(Repeats story published late on Tuesday)
* Kurdish gains could ease Turkish pressure on Assad
* Ankara seeks to mend ties with Russia, Israel
* Significant progress with EU seen as challenging
* Policy shift follows departure of Davutoglu
By Tulay Karadeniz
ANKARA, June 14 (Reuters) - Turkey's determination to prevent an autonomous Kurdish region emerging in northern Syria could see it ease up on demands for President Bashar al-Assad's immediate exit, as it overhauls a foreign policy that has left it more isolated than influential.
Days after taking office last month, new Prime Minister Binali Yildirim - a close ally of President Tayyip Erdogan - said Turkey needed to "increase its friends and decrease its enemies", in what appeared a tacit admission that his predecessor's policies had left the NATO member sidelined.
Under former Prime Minister Ahmet Davutoglu, Ankara was insistent on Assad's departure as the only way of stabilising Syria, setting it at odds with Assad's ally Russia and distancing it from a U.S.-led coalition more focused on the fight against Islamic State.
Erdogan - who wields ultimate power in Turkey, including over foreign policy - has been one of Assad's fiercest critics but analysts say changing circumstances on the ground could force a softening of his rhetoric.
Turkey's worst nightmare in Syria has come true: Russian support has enabled Assad to remain in power, while Kurdish militia fighters have benefited from U.S. support as they battle Islamic State, bolstering their position in territory adjacent to the Turkish border.
Yildirim's government has outlined four areas of policy where it wants to take new steps: Israel, Russia, the European Union and Syria, the last motivated in part by a realisation that Assad's demise could benefit the Kurdish militia.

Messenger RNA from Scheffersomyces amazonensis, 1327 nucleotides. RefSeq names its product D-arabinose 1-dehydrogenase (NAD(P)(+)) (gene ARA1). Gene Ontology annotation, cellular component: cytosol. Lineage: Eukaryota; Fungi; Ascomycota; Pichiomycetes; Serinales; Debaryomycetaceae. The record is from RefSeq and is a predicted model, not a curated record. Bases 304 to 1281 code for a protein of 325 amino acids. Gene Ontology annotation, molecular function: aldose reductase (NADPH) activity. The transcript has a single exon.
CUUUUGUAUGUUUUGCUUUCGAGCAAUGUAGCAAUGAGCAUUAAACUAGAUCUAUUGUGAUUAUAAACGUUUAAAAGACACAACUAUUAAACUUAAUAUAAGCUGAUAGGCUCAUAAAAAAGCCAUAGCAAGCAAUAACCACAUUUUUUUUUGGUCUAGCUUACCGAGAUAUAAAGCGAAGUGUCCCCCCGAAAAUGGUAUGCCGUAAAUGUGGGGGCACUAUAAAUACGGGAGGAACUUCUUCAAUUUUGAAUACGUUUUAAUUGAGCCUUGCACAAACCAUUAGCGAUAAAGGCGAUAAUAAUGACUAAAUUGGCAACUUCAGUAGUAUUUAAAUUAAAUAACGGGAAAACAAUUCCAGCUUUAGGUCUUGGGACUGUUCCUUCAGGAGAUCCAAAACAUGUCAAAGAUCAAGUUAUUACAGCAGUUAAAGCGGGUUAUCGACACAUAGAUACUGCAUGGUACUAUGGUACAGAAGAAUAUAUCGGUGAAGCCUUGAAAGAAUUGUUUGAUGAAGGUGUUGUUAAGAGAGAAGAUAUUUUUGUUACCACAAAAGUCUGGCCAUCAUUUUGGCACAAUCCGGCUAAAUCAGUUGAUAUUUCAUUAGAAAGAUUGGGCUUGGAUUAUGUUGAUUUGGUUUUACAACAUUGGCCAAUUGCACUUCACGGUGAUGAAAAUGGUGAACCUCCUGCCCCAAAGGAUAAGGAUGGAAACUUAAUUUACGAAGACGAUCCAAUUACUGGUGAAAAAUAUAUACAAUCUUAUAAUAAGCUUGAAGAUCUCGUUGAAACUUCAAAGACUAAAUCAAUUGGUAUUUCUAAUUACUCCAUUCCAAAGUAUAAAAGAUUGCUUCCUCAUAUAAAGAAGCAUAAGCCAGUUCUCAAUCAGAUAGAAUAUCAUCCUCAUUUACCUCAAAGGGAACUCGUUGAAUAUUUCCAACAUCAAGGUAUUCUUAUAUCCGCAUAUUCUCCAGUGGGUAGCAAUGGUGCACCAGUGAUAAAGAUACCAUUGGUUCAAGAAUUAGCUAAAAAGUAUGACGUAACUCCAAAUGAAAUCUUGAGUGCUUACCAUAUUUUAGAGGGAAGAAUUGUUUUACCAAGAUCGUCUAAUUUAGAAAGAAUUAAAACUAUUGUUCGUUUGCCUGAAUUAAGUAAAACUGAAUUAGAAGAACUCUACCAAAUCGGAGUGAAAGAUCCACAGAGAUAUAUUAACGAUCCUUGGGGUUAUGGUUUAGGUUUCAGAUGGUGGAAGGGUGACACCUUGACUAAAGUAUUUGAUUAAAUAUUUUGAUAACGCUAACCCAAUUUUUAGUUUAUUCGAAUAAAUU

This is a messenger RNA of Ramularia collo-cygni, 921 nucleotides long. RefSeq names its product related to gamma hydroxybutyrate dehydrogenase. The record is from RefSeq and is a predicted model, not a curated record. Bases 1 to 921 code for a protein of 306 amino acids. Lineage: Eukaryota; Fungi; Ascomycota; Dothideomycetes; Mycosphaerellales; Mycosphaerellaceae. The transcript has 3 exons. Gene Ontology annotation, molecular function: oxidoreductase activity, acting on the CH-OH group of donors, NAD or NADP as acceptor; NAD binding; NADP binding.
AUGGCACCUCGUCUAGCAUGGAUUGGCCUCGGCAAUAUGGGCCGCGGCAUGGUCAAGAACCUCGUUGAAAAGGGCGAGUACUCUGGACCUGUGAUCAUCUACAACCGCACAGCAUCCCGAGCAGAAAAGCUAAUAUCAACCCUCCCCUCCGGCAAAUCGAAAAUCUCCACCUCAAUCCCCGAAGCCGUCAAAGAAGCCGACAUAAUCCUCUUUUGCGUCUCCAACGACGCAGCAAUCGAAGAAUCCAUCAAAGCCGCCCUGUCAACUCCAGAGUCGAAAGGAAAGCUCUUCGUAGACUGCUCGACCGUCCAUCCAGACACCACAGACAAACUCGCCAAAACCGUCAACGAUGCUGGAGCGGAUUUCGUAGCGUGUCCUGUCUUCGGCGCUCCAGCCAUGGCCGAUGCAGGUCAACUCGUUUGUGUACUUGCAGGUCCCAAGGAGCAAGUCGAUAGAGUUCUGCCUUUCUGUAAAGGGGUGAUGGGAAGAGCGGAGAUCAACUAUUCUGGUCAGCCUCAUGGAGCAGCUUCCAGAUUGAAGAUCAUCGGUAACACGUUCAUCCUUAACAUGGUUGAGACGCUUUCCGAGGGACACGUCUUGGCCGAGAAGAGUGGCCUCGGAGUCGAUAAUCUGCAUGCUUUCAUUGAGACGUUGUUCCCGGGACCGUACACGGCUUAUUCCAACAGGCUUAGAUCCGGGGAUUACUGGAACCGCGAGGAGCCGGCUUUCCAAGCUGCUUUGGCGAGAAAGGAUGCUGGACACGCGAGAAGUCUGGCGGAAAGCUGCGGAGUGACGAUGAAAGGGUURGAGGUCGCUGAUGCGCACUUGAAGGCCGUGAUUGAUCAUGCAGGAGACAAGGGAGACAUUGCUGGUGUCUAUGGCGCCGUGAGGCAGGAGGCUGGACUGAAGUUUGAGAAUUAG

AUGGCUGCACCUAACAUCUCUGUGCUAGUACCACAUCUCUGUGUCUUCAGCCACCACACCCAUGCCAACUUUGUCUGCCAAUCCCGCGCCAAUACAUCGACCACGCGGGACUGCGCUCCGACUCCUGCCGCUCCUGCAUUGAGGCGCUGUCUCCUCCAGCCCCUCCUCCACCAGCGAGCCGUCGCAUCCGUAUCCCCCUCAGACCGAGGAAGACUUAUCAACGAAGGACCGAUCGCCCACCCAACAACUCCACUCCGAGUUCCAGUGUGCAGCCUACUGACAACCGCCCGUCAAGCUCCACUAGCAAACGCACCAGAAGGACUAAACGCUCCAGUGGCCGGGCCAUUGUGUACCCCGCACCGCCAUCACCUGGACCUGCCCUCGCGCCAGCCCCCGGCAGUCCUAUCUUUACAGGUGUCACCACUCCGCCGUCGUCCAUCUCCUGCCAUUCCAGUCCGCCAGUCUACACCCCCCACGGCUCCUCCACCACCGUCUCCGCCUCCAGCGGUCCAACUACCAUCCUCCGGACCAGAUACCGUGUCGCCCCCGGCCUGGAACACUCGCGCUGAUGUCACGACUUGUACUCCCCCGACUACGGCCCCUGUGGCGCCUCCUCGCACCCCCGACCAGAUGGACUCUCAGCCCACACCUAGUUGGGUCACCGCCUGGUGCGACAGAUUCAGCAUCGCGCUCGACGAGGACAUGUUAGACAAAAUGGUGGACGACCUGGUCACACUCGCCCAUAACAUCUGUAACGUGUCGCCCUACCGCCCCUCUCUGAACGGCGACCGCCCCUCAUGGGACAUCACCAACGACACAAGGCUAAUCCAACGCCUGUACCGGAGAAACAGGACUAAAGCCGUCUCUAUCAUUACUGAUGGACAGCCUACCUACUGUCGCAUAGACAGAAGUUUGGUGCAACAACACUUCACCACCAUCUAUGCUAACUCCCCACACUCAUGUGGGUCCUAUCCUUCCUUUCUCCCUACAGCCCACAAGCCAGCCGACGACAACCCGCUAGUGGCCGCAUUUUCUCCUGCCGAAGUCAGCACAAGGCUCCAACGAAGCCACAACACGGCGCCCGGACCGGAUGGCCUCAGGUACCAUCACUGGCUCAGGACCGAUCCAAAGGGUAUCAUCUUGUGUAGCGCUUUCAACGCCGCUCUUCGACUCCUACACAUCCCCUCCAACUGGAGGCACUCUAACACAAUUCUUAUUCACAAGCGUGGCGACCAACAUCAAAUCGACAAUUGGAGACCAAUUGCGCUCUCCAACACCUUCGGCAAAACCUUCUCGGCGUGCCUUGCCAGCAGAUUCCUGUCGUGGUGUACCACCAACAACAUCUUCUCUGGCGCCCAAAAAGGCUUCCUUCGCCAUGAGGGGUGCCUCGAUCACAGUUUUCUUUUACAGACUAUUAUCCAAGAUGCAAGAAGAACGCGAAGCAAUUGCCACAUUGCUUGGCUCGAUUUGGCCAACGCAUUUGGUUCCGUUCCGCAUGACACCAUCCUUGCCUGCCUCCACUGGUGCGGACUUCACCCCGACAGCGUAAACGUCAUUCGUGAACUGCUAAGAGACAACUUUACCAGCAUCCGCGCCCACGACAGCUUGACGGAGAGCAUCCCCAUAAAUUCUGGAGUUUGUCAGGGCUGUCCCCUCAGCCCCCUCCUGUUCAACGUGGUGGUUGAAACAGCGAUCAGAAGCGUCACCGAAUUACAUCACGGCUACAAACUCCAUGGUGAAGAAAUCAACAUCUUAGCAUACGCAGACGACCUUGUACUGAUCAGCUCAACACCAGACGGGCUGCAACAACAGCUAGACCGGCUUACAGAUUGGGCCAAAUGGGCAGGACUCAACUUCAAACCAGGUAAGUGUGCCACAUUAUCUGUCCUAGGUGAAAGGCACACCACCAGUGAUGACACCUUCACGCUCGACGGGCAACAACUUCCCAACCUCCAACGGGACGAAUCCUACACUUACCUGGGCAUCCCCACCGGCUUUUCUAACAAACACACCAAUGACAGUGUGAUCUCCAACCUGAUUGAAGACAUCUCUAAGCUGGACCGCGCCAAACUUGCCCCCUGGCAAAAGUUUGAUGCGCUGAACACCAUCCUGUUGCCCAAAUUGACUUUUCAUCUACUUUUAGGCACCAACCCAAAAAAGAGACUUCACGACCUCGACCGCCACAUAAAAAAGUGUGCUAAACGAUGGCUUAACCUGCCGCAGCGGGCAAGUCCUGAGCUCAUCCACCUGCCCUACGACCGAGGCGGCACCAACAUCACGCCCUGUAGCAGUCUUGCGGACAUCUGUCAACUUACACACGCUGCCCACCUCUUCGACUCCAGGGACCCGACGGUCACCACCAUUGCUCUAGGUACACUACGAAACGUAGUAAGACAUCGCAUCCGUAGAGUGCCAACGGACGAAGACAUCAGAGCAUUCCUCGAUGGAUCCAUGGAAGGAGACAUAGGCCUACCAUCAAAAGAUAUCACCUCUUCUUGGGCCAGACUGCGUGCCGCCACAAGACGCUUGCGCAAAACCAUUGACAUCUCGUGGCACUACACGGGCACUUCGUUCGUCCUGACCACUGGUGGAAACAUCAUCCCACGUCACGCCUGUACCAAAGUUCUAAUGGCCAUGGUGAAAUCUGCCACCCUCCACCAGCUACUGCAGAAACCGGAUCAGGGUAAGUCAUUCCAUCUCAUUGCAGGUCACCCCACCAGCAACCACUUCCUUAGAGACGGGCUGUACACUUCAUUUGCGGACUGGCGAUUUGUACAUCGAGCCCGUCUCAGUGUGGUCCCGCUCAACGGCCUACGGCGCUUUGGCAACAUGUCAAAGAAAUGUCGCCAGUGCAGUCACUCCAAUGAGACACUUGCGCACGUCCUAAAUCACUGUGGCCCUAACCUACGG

"Assad is, at the end of the day, a killer. He is torturing his own people. We're not going to change our stance on that," a senior official from the ruling AK Party told Reuters, requesting anonymity so as to speak more freely.
"But he does not support Kurdish autonomy. We may not like each other, but on that we're backing the same policy," he said.
Ankara fears that territorial gains by Kurdish YPG fighters in northern Syria will fuel an insurgency by the Kurdistan Workers Party (PKK), which has waged an armed struggle in Turkey's southeast for three decades.
The groups do not deny links. The PKK founded the YPG as a Syrian organisation a decade ago and both are inspired by Abdullah Ocalan, who led the PKK from its inception and lived in Syria shortly before his capture in 1999. He remains in jail.
Conflict in Turkey's southeast has flared anew since a ceasefire with the PKK collapsed last July - fuelled in part, according to the Turkish authorities, by weapons and fighters crossing the border from Syria.
That leaves Turkey with few easy options, according to Mehmet Yegin, an analyst at Ankara-based think-tank USAK: relaunching peace talks with the PKK, which the government has so far ruled out, or indirectly relying on Assad as a buffer.
"The only thing that can change is Turkey can stop insisting that Assad must go," he said.